(GA:) Because everybody drinks.
(LT:) Yes exactly.
(GA:) I suppose another example of that, Evelyn, would be dress, because everybody wears clothes. So that’s a great subject to capture the diversity of Europe at this date. I know that you are working on a major research project called Fashioning the Early Modern, which is supported by HERA, which stands for Humanities in the European Research Area. That is a project that has involved not only your own university but also the V&A and a number of other partners. I wonder if you could tell us about what you are trying to achieve? And how it involves the V&A project?
(EW:) The Humanities in Europe Research Area - the HERA project - was a million Euro funding that we received to work between Scandinavian universities, the University of Copenhagen, the University of Stockholm, and the Institute in Helsinki, the Victoria and Albert Museum and the Queen Mary University of London. What was exciting about it was that we were asking a really simple question about this period, which is how do people know what to wear when they get up in the morning? Why is it that in 1600 you got up in the morning, you brushed your hair, if you were a man, and in 1700 when you got up in the morning you put on a wig? The question we were addressing was literally, how does fashion travel? How do ideas get carried through things? That of course helps to answer some of Lucy’s problems, because the galleries were able to include textiles, images of people getting dressed, and although there are not many full costumes in the gallery, you can get that sense of how the things that people put on in the morning were also a reflection of how they saw themselves. When we were doing this work we were actually handling a lot of objects and learning through garments, learning about, what does it mean to actually try to do up a stay or a corset? What does it mean when you are trying to hold your stockings up when all you have are garters? Really thinking about the practicalities of that. I hope that visitors to the galleries will get some sense of that. Because one of the ways around the challenges of interpretation that Lucy has been describing is that you can look at the object, but then this is going to be a completely web enabled gallery. If you are interested in fantastic lace, how was it made? Who made it? How was it worn? What you can do is then go online and look at the catalogue to get more information about it. The object can only carry so much, and then you have to hand over to the interpretation.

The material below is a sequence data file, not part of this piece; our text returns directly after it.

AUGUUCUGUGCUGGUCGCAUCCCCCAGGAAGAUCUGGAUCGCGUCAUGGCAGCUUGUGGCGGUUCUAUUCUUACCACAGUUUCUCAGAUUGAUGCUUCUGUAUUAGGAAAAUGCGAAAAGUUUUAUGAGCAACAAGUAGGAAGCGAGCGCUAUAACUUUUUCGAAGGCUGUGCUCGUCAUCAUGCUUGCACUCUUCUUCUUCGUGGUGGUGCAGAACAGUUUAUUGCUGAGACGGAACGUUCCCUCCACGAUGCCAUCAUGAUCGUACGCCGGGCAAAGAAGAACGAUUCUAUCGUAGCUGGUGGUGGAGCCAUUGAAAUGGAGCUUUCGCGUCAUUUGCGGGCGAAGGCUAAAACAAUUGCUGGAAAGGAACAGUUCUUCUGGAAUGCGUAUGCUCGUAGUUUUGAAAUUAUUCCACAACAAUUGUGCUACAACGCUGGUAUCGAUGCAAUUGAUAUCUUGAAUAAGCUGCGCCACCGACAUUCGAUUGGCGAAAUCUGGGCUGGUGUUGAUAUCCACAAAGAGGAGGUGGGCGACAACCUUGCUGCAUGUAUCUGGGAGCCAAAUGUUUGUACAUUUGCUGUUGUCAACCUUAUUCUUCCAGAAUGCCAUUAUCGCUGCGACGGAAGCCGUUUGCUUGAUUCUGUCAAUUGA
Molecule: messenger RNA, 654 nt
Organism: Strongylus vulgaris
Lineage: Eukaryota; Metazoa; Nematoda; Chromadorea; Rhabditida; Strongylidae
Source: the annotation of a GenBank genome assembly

(GA:) Lucy, I wonder if you could give us a sense of the range of interpretive materials that people will see in the Europe galleries?
(LT:) What people expect, and what we will always give them, is in-situ text, I think that is absolutely the bedrock of interpretation, short, succinct, focused text. In addition to that we will do films, there will be four films about how style spread around Europe. There will be seven object in focus films in which we take particularly intriguing objects and explore them further. There will be a layer of audio, some of them introductory, a curators audio, some will take a more theoretical stance. We will do one which is called ‘Belief, Knowledge, and Value’, which will enable us to look at ideas of philosophy, which is very difficult to do directly through objects. Importantly, we also have three activity areas, where we are trying to bring the activity, the objects, and the intellectual purpose of each gallery together into one space. The first one is a Cabinet about seventeenth century collecting, the second is the Salon, which is about seventeenth century enlightenment, and the third one is called the Masquerade, and this is where we are doing something entirely new to the V&A. We are going to make a film that will be closely based on the carnival in late eighteenth century Venice, a film that has a very distinctive look of masks and Commedia dell’arte costumes. Visitors will be able to interact physically with this film, it will be a more immersive, more environmental experience. It’s not going to be a film on a small screen, it’s going to be a film which will be around the walls of a small space, and visitors will be able to feel they are entering into the space and participating in it.
(GA:) Do you have a general feeling about technology in the galleries? That seems to be on everybody’s minds at the moment, how, for example, portable devices, like smart phones, are changing the way that people experience museums? And you have just given us the example of an activity area that’s quite technologically ambitious. What is your view on this as a professional interpretation specialist?